All-New 2023 KTM 990 Duke Spotted!
2023 KTM 990 Duke – Overview
It’s evolved from the 799cc original to the current 889cc form and generated a higher-spec “R” version, with power growing from 105 to 119 horsepower along the way; we’re on track for another significant update in 2023.
The original 790 Duke debuted at events in 2016 as a prototype, with production beginning the following year.
The new 890 was announced in 2019 and available in dealerships in 2020.
Next to this trend, the subsequently updated edition should debut at shows later this year and be available for purchase early the following year.
Spy photos acquired near the company’s Mattighofen facility appear to back this up, showing frantic activity surrounding a parallel-twin Duke that has been completely redesigned both technically and cosmetically.
The latest pictures, which can be seen here, appear to depict the bike’s base model, which is expected to be renamed “990 Duke” as it gains more horsepower and capacity.
The small LC8c parallel-twin engine that debuted in the 790 Duke continues to provide power, but it’s slated to receive another boost in bore and stroke to bring it closer to a liter in size.
In addition, early prototypes were seen with sand-cast engine casings and machined covers instead of gray, production-spec castings, indicating significant design revisions.
The cylinders look taller than the present 890 engine, with an extra bracing rib visible in the casting, implying a longer stroke.
The cylinder head has been modified, appearing slightly more compact to compensate for the added height, and the cam cover has been redesigned as well, with an additional bulge on the left side.
Its purpose is unknown, but given the growing number of competing manufacturers using variable valve timing systems, it can’t be ruled out.
Despite the updates, the engine is likely to retain the original LC8c’s odd 285-degree crankshaft angle, which results in a firing interval that resembles a 75-degree V-twin.
With the increase in capacity, power for the highest-spec versions of the engine is anticipated to surpass 130 horsepower.
The new Duke doesn’t just get a new engine; it also gets a new chassis and appearance that pushes the company’s signature folded paper look even farther.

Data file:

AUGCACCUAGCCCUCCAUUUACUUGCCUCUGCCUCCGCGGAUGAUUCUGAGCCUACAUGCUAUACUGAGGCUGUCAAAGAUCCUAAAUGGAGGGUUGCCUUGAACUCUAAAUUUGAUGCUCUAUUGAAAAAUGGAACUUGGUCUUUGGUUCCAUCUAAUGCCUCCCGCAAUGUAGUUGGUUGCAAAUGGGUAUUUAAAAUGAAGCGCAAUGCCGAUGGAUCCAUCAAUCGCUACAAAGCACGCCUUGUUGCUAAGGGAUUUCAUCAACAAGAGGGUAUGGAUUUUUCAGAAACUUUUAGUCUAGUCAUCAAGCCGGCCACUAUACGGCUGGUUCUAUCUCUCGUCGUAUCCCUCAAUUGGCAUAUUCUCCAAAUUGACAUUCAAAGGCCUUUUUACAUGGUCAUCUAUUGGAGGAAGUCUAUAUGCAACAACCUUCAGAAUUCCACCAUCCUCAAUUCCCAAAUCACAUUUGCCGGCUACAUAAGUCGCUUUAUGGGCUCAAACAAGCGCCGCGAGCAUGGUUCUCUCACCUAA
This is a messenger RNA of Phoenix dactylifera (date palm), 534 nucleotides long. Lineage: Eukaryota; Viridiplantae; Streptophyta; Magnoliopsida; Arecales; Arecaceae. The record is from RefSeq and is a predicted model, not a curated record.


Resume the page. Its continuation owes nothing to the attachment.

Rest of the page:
Compared to the retro-influenced rivals that make up the bulk of the roadster market, the combination of sharp creases and flat surfaces in the tank, side panels, and tail create a different machine with scarcely a curve in sight.
The rear subframe looks to be an exposed, cast alloy construction, similar to the present model, with style integrated into the structure rather than achieved through the simply aesthetic cladding.
The bulging underside of the tail could indicate that the fuel tank has been moved to the rear.
The stacked headlamp nose has been seen on every prototype, although it does not appear to be the final production component.
The lights themselves resemble aftermarket projector lamps, and the plastic container in which they’re housed neither blends in with the rest of the aesthetic nor conceals the instruments’ backside.
In addition, KTM’s vertically split headlamp configuration is expected to evolve, giving the 990 Duke a radically different look than the one shown here.
This prototype has all of the characteristics of a base model. In addition, the Brembo calipers and 320mm discs from the 890 Duke R have been seen on previous experimental motorcycles.
Still, this one has the smaller 300mm rotors and KTM-branded calipers from the ordinary 890 Duke. The fork is identical to the WP Apex unit on the current bike.
The swingarm is externally braced, giving it a similar appearance to the current version while being a whole new casting with a different brace arrangement.
It’s bent upward on the right side to clear the low-mounted exhaust pipe, which replaces the original Duke’s high-set line.
Earlier images of the 990 Duke R prototype show a swingarm with a smooth outer shell rather than the apparent ribbing seen above, implying that it has been boxed for further rigidity.
There’s undoubtedly still a lot of development work, but if KTM sticks to its plan, the revised Duke should be unveiled by the end of the year and available to consumers in early 2023.